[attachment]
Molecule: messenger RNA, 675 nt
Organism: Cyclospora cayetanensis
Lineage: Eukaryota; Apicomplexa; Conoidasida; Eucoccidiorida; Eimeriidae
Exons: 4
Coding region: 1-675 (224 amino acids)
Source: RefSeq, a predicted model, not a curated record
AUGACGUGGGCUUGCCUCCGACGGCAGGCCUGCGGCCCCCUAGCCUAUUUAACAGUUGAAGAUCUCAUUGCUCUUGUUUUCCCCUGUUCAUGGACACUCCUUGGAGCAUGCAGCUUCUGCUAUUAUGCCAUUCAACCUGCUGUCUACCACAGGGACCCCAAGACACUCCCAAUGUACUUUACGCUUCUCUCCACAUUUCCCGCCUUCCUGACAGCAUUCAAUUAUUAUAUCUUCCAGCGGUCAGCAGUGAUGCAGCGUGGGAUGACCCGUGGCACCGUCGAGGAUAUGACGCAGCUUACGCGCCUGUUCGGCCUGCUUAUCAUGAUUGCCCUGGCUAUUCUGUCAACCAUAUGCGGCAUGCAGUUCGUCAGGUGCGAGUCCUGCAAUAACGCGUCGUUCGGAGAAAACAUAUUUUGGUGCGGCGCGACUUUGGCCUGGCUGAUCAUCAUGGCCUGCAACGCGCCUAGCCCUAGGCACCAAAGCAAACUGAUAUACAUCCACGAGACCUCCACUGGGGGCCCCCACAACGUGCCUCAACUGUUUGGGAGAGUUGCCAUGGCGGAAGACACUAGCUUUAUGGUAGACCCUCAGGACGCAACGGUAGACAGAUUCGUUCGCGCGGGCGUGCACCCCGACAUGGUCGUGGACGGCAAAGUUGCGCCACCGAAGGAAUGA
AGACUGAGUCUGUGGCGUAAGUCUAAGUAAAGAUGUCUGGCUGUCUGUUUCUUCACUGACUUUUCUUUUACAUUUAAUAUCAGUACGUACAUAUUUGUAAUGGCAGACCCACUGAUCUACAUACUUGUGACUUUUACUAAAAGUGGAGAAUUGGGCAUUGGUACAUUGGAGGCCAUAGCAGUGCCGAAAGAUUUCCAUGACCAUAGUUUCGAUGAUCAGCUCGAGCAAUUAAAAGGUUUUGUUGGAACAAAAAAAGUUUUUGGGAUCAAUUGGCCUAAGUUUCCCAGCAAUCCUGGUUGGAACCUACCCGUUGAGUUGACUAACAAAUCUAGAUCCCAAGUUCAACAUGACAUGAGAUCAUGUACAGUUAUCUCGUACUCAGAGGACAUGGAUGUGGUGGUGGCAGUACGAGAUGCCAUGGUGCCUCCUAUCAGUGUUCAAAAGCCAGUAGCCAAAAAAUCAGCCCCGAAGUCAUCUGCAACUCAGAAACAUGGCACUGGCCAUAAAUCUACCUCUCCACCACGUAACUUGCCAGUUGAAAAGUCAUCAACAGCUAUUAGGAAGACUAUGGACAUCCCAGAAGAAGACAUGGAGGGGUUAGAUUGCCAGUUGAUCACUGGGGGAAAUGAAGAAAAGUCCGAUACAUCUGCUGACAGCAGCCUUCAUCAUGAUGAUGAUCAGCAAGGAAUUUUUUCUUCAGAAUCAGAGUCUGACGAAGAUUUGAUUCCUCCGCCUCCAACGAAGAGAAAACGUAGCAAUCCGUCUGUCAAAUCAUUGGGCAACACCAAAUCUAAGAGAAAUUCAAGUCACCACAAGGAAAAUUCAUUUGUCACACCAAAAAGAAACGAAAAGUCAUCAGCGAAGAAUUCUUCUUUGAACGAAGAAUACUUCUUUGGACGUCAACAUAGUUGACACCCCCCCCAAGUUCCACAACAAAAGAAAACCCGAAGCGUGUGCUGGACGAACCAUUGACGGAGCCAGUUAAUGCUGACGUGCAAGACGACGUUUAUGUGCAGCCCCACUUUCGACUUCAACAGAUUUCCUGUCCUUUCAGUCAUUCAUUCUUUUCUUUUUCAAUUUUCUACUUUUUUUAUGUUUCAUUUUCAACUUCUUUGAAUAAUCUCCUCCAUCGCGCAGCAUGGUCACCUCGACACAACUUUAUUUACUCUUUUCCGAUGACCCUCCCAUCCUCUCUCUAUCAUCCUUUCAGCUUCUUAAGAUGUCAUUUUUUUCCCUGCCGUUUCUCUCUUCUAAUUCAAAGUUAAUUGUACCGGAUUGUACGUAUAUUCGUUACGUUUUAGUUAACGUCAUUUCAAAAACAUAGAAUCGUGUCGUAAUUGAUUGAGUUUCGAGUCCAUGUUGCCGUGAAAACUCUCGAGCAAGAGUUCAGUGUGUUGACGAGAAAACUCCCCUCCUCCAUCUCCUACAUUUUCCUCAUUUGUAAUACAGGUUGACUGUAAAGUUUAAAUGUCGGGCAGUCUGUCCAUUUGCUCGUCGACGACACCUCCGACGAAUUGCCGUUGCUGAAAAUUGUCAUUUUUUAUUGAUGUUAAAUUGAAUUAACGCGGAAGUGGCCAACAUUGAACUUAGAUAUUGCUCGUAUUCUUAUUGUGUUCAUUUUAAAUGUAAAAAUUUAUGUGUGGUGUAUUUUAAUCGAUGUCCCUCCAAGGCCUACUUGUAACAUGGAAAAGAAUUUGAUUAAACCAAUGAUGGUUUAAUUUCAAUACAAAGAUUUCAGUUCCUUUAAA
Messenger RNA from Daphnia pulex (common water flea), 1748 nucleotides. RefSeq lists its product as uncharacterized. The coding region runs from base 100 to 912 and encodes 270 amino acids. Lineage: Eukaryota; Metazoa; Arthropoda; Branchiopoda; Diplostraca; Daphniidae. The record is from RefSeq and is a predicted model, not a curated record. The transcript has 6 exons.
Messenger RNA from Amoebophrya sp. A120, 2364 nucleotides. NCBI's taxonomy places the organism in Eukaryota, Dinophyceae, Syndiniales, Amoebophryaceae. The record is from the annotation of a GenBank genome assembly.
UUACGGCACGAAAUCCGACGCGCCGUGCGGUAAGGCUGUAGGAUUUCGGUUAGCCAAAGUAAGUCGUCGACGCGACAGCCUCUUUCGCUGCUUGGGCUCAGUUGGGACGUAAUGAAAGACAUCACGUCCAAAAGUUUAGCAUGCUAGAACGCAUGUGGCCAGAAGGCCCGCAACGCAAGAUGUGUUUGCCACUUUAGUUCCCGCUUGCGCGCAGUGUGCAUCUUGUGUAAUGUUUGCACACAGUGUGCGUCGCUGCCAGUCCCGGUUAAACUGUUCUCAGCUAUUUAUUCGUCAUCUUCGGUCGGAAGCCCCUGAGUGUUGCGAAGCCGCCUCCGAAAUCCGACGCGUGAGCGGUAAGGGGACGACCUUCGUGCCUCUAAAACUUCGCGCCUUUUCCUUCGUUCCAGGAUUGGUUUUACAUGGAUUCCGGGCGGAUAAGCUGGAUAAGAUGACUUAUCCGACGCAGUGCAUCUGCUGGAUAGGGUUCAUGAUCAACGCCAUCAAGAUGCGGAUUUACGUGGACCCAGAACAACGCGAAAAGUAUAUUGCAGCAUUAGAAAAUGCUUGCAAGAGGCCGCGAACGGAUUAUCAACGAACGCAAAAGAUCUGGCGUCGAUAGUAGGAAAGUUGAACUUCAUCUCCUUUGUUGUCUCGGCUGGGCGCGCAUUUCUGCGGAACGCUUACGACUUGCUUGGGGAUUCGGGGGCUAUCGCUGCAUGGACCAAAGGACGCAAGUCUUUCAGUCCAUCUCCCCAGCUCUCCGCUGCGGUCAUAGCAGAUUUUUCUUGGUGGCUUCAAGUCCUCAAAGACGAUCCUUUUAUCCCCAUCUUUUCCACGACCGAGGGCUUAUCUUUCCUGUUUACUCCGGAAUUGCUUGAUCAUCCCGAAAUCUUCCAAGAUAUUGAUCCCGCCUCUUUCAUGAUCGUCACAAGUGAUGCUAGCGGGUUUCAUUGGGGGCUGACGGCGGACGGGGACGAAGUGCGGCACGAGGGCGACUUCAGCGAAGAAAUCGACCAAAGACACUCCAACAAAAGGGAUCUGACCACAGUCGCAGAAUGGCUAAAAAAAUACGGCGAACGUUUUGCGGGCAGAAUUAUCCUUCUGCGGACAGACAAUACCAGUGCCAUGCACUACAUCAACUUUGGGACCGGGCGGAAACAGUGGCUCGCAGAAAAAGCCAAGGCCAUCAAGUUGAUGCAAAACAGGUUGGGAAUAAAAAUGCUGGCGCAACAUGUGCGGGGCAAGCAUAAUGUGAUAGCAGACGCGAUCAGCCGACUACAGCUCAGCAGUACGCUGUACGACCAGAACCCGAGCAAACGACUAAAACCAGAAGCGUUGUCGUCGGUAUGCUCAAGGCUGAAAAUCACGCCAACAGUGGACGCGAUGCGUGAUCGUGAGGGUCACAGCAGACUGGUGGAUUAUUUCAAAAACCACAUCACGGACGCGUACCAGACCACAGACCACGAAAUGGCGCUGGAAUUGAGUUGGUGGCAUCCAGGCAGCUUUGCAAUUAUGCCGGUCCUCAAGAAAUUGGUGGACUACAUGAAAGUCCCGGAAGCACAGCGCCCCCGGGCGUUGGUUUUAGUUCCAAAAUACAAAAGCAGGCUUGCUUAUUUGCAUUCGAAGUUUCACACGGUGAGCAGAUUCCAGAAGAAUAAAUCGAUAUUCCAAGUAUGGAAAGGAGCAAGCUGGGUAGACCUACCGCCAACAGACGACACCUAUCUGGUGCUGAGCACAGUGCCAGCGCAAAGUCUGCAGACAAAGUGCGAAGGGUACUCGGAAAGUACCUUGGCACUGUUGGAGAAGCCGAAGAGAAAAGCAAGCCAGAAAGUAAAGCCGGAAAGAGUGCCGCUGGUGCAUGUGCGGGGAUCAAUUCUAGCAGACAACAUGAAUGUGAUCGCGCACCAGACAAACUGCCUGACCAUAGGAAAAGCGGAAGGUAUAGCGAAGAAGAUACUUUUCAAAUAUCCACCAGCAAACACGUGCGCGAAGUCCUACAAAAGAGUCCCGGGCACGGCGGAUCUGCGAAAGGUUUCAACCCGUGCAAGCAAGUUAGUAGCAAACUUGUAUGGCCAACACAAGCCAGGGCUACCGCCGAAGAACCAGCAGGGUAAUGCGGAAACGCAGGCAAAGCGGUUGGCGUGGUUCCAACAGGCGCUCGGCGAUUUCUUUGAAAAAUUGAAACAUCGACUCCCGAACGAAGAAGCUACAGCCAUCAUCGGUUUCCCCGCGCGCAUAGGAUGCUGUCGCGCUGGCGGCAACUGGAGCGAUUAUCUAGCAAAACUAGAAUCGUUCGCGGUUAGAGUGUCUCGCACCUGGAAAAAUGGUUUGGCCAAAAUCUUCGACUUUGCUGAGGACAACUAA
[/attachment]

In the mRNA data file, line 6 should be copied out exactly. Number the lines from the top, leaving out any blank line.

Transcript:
Source: RefSeq, a predicted model, not a curated record